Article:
Poets and Poems examines the world of the Ozarks through the poetic expression of Dave Malone.
The Missouri Ozarks is a distinct region within the state of Missouri, yet geographically indistinguishable from the Arkansas Ozarks. It presents distinctly different faces, depending upon what one is looking for: the entertainment complex of Branson (and upscale resort at Big Cedar); the natural beauty of the hills, small mountains, rivers and streams; St. Louisans’ favorite weekend resorts at Lake of the Ozarks; the rural, backwoods movie setting of “Winter Bone”; the Ozarks of the Baldknobbers legend and Harold Bell Wright’s “Shepherd of the Hills.”
Behind the legends, entertainment extravaganzas, and resorts is the region that tens of thousands call home, where they live, work, get married, raise families and die, much like any other part of the United States. This is a territory of farms and small towns (Springfield, Mo., population 162,000, would likely be the unofficial capital). Away from the glitz of the Branson Strip, it’s an area of rugged, stark beauty; I even have two photographs from the region on the walls of my office at work.
This Missouri Ozarks is the home of poet Dave Malone. In View from the North Ten: Poems After Mark Rothko’s No. 15, he has done the almost inexplicable in comparing the Ozarks to the Mark Rothko painting, an expressionist work of orange-red rectangles on a yellow background.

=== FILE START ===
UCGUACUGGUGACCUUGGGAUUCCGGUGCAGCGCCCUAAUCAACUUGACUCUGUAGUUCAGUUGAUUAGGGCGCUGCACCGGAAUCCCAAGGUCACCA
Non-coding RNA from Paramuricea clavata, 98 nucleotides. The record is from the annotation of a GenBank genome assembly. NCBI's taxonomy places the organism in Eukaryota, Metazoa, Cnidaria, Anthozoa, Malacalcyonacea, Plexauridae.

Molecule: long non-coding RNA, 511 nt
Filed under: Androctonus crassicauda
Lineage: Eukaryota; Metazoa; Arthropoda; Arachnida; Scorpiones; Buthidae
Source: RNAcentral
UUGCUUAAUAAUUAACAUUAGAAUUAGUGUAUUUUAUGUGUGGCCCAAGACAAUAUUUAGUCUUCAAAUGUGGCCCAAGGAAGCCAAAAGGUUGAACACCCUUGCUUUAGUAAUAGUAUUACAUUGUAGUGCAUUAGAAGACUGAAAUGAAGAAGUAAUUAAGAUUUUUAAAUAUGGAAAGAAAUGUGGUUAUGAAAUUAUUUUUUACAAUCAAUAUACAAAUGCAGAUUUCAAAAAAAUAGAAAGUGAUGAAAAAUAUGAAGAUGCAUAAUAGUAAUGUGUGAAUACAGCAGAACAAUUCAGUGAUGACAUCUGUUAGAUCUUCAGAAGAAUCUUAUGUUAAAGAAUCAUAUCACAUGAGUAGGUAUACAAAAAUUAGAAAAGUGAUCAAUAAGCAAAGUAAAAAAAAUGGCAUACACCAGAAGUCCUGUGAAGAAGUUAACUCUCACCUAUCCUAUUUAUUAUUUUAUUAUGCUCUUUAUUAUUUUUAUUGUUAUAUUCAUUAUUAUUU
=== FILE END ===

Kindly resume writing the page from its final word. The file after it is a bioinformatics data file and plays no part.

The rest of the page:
I say almost inexplicable. As I read the poems I see what he’s done, and done well, in using the colors and substance to relate to the physical geography of the Ozarks and the emotional (and physical) geography of relationships. Consider “Rothko’s Reds”:
We are joined at the hip bones
like Rothko’s reds. Slight spaces
between, like woman-man skin
sticking, unsticking—blotchy fuzz
Rothko wrists into the painting.
No matter how you triangulate the canvas,
you see us. Naked pulsing red mists—
no boundaries on land,
pond, and autumn gold field.
In one short, nine-line poem, we have the painting, the emotional landscape and the physical landscape.
These are not ekphrastic poems (poems about works of art, like “Ode on a Grecian Urn” by John Keats). Instead, they are poems that seem to flow almost naturally from the painting. We find poems about specific locations on the farm, about the Missouri River bluff, about barns dotting the countryside, and other physical things in the landscape, almost all of them layered and washed with the personal and emotional.
Gold light wiggles out
from a space in the red brick.
Winter winds haunt this former church
you live in with your three babies.
Huddled in a bathtub, you push down
infant heads until they disappear inside
homemade quilts. Beside broken pews,
woodstove piping glows like a forest fire.
The poems of View from the North Ten are love poems, inspired by a painting—a painting that serves to evoke what is already there in the geography of the land and the geography of the heart. They also evoke a sense of the sacred and profane, and how the two coexist in the human soul.
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Poetry at Work, by Glynn Young, foreword by Scott Edward Anderson